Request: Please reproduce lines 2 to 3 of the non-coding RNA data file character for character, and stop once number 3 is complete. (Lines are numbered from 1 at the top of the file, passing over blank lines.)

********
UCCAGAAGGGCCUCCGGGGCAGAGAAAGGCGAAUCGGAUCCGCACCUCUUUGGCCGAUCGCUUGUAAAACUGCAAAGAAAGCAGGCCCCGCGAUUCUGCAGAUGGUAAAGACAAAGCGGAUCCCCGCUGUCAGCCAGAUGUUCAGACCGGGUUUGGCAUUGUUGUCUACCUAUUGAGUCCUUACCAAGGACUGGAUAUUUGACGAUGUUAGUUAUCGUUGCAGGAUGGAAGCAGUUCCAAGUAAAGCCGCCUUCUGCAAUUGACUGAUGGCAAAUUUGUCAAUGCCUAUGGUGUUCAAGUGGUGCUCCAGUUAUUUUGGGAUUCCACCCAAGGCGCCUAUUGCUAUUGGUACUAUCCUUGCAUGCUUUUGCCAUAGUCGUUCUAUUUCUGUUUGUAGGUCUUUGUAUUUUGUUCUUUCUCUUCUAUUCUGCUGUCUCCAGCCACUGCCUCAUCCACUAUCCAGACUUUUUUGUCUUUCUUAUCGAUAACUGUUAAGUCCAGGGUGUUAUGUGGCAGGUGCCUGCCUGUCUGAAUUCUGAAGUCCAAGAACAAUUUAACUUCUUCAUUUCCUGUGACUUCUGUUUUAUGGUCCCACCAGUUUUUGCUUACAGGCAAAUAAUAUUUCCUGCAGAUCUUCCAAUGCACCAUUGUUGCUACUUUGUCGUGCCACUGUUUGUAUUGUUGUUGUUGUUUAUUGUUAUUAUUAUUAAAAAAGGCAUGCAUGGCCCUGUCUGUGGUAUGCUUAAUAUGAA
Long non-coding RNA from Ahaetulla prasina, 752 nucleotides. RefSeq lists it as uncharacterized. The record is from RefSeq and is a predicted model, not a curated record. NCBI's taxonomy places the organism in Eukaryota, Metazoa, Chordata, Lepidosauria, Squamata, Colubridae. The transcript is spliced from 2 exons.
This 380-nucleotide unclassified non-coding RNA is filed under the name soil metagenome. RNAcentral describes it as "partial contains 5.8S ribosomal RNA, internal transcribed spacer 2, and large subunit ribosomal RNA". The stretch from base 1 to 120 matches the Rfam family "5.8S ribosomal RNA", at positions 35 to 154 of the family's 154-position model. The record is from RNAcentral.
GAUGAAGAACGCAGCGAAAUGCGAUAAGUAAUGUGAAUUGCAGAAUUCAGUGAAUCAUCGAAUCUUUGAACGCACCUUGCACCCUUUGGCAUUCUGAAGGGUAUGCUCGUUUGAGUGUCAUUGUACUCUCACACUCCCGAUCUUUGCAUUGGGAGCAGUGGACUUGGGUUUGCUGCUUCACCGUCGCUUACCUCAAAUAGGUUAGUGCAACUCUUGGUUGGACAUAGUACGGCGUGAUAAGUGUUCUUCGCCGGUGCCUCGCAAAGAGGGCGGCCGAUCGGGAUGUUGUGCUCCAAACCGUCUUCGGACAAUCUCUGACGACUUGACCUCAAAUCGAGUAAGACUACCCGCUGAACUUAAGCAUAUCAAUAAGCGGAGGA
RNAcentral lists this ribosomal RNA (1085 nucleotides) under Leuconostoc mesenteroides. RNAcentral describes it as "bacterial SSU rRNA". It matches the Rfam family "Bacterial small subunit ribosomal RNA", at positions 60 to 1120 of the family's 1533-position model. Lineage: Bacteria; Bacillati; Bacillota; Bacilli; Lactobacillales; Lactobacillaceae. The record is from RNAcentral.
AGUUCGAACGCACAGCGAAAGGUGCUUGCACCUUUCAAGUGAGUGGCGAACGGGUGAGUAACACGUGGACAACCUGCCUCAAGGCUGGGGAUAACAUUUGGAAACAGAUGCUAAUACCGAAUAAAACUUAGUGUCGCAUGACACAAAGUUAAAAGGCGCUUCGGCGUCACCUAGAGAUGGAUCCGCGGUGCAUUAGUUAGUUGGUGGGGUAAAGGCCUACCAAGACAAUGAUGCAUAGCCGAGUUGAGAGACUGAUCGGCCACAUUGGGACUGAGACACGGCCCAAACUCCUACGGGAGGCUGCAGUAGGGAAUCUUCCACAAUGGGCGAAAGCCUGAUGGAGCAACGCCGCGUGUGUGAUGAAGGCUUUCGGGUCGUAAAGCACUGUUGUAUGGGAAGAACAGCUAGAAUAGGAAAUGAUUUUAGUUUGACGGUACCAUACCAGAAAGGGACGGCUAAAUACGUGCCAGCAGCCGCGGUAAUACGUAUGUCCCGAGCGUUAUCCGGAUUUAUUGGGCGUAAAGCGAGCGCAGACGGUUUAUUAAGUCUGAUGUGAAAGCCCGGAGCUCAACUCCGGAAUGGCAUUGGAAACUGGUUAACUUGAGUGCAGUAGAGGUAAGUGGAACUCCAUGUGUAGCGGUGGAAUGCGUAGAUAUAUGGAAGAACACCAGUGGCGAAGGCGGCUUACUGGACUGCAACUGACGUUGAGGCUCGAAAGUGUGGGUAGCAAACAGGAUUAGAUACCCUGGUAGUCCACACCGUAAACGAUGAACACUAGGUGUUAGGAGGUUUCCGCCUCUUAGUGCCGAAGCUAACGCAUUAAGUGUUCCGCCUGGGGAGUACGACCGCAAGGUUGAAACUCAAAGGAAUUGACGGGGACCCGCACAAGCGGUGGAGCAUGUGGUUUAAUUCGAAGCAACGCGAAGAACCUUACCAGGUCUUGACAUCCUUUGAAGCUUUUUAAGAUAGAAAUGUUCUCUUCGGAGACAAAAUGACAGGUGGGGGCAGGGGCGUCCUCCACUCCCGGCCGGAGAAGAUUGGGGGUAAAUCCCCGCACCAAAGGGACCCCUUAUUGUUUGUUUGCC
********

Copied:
Long non-coding RNA from Ahaetulla prasina, 752 nucleotides. RefSeq lists it as uncharacterized. The record is from RefSeq and is a predicted model, not a curated record. NCBI's taxonomy places the organism in Eukaryota, Metazoa, Chordata, Lepidosauria, Squamata, Colubridae. The transcript is spliced from 2 exons.
This 380-nucleotide unclassified non-coding RNA is filed under the name soil metagenome. RNAcentral describes it as "partial contains 5.8S ribosomal RNA, internal transcribed spacer 2, and large subunit ribosomal RNA". The stretch from base 1 to 120 matches the Rfam family "5.8S ribosomal RNA", at positions 35 to 154 of the family's 154-position model. The record is from RNAcentral.